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Benson J. Lossing, Pictorial Field Book of the Civil War. Volume 2., Chapter 5: military and naval operations on the coast of South Carolina.--military operations on the line of the Potomac River. (search)
writer visited and sketched it, early in October, 1866, its outer walls scarred by shot and shell, and its interior t a ruin. On the left of the picture is seen the western slope of Loudon Heights, across the Shenandoah. an eminence around the foot of which nestles the villae of Harper's Ferry, rallied them and a general fight ensued. In his front on Bolivar Heights, were a large body of troops and three heavy guns, and suddenly there appeared on Loudon Heights on his left, across the Shenandoah River, another large body of men, with four pieces of cannon, which with plunging shot might terribly smite the little National force, and command the ferry on the Potolmac. Geary sent a company of the Thirteenth Massachusetts, under Captain Schriber, to guard the fords of the Shenandoah, and prevent troops crossing there and joining those on Bolivar Heights. He then had only four hundred and fifty men left to fight his foe on his front. With these he repelled three fierce charges of Ash
Benson J. Lossing, Pictorial Field Book of the Civil War. Volume 2., Chapter 15: the Army of the Potomac on the Virginia Peninsula. (search)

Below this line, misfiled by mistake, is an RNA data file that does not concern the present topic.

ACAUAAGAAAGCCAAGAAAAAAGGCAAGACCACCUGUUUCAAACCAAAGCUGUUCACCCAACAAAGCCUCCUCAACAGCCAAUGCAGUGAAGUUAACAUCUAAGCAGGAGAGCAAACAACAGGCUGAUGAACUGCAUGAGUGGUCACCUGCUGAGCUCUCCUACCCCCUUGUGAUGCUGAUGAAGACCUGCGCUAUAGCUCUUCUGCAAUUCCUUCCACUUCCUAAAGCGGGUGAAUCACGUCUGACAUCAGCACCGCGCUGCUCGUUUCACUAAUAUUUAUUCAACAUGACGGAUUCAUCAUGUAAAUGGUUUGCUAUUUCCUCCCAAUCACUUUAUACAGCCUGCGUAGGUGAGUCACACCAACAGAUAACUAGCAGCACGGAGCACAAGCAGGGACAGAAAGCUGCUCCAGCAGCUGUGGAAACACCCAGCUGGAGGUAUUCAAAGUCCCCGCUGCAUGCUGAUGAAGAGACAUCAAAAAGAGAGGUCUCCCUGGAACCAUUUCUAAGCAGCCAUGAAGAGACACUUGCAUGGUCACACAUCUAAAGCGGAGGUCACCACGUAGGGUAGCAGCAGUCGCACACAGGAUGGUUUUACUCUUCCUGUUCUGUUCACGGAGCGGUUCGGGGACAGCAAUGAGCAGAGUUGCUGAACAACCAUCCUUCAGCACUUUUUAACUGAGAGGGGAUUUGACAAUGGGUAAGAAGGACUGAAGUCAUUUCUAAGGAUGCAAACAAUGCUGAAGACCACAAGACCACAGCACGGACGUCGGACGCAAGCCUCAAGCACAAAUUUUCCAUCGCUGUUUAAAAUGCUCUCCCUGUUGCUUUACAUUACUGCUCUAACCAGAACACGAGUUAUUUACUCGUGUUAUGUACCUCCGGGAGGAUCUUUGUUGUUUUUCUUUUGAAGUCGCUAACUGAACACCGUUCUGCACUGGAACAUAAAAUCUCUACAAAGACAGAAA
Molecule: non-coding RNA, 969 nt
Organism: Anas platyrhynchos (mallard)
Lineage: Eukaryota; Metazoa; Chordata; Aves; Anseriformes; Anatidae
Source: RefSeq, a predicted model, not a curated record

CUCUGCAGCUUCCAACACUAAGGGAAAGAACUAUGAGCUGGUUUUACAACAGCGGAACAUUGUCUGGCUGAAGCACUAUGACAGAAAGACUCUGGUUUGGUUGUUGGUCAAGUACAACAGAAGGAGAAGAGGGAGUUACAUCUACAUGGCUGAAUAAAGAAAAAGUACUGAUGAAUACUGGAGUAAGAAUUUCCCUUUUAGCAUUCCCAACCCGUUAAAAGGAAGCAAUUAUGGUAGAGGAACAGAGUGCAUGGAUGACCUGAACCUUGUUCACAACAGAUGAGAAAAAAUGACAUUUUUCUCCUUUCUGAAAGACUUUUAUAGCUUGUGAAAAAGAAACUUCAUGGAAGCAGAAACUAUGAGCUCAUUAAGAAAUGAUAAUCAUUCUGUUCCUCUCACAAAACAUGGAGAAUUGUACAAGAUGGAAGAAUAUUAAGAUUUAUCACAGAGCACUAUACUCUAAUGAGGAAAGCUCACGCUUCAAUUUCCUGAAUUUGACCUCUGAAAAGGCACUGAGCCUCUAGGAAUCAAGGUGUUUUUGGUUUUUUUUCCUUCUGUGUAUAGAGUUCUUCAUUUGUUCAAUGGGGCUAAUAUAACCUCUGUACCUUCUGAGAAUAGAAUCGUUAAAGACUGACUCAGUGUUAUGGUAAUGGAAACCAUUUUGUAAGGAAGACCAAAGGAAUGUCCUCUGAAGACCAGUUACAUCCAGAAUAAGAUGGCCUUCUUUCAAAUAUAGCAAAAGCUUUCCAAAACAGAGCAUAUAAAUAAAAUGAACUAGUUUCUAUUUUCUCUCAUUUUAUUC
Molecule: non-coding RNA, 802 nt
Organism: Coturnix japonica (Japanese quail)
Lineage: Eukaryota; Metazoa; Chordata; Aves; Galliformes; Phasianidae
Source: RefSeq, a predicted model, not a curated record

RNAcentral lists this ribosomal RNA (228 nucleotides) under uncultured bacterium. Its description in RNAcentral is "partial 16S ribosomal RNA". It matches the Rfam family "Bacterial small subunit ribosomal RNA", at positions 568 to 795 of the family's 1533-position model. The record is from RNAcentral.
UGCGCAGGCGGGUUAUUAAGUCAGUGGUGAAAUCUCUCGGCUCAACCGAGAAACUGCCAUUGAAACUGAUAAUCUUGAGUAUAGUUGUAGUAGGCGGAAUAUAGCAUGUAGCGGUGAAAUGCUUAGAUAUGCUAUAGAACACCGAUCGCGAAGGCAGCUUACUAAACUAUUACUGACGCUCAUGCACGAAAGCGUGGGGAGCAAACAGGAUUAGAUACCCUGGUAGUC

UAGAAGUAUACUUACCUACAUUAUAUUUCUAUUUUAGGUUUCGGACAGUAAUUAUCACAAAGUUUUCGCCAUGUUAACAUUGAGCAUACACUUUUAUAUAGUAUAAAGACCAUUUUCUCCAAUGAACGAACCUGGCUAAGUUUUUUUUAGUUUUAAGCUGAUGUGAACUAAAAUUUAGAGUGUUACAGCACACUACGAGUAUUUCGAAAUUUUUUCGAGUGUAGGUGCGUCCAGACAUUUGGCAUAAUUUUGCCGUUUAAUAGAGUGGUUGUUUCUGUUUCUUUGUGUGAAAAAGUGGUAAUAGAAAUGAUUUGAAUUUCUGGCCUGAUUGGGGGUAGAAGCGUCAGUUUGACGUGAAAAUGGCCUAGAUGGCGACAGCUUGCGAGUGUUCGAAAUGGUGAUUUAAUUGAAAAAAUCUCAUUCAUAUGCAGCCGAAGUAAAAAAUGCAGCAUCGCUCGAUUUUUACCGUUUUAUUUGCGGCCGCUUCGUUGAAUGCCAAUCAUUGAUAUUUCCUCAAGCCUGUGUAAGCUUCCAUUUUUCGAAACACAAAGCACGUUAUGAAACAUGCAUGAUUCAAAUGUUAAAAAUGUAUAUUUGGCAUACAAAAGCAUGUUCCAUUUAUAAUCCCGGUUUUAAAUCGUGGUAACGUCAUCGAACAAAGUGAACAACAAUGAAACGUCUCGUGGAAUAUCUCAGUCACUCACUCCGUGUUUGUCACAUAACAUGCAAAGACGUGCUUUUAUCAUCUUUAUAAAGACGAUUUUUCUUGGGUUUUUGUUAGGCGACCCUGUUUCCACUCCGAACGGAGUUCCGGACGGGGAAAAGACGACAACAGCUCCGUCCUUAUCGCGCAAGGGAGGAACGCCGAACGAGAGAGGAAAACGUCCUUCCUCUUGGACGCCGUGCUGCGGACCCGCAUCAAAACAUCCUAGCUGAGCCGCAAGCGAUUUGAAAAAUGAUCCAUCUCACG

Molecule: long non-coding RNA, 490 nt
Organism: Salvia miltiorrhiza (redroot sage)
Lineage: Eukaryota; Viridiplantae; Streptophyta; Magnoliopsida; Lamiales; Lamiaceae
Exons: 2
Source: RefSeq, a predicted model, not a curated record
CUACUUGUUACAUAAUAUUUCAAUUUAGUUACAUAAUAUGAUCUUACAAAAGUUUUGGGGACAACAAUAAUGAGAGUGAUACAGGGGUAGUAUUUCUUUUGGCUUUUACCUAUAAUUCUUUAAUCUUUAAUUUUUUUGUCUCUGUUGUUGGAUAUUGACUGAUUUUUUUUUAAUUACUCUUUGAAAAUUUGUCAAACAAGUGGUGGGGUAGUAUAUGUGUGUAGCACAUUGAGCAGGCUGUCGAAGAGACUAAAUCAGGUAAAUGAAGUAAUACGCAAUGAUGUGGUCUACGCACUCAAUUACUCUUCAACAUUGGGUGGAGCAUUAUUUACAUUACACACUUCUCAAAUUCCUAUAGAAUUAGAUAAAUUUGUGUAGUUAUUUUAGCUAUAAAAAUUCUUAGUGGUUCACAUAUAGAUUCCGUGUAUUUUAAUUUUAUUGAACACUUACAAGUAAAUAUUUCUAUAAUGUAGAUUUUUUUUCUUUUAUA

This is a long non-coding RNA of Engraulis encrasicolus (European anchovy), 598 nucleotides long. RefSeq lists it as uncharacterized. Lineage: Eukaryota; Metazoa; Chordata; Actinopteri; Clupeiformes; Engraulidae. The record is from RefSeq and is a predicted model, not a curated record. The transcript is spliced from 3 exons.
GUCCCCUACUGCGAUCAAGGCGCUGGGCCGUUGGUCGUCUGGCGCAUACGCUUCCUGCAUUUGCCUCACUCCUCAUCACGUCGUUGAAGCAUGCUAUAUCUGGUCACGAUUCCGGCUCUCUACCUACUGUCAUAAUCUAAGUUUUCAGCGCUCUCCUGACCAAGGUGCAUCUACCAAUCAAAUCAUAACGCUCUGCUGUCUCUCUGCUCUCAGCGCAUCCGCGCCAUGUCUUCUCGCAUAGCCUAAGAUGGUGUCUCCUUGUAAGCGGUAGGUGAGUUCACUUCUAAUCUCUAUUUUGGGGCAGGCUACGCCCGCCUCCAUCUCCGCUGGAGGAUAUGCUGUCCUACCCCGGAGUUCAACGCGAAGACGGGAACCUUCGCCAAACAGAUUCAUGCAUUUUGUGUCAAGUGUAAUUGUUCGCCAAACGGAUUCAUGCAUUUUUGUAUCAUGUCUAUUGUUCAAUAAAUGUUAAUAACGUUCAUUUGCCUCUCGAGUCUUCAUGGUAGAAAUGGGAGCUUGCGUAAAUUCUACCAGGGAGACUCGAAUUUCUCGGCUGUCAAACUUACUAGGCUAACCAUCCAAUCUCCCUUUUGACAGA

-fourth and One Hundred and Tenth Pennsylvania; Sixty-sixth Ohio, and sections of Captains Clarke, Huntington, and Robinson's batteries, and a company each of the Fifth and Sixty-sixth Ohio, as skirmishers, on the left, which was the key of the position. In the engagement and retreat the Confederates captured four hundred and fifty prisoners, and eight hundred muskets. So ended the battle of Port Republic; Port Republic is a small village on the eastern bank of the south fork of the Shenandoah River, pleasantly situated on a plain. It is a post village of Rockingham County. and Jackson telegraphed to Richmond, saying--Through God's blessing the enemy near Port Republic was this day routed, with the loss of six pieces of his artillery. The battle was disastrous in its results, but glorious for the officers and men of the National army engaged in it. It was one of the brilliant battles of the war. General Ewell declared to the writer, that in that engagement the Confederate troo
Benson J. Lossing, Pictorial Field Book of the Civil War. Volume 2., Chapter 18: Lee's invasion of Maryland, and his retreat toward Richmond. (search)
stroying the Baltimore and Ohio railroad much of the way, with Stuart lingering on his rear to cover that retreat, and to deceive McClellan by a show of numbers and vigor. Stuart recrossed the river at Williamsport on the same day, when he was driven back by General Couch with a heavy force of all arms. McClellan then sent General Williams to retake Maryland Heights; and two days later Sept. 22. General Sumner occupied Harper's Ferry, and threw pontoon bridges across the Potomac and Shenandoah rivers at that place. Lee rested a few days, and then moved leisurely up the Shenandoah Valley to the vicinity of Bunker's Hill and Winchester, breaking up the railway much of the distance between the latter place and Harper's Ferry. McClellan, meanwhile, had begun to call for re-enforcements and supplies, as prerequisites to a pursuit. His disorganized army needed re-organization. His cavalry force was greatly weakened by casualties in battle, fatigues, and a distemper which disabled f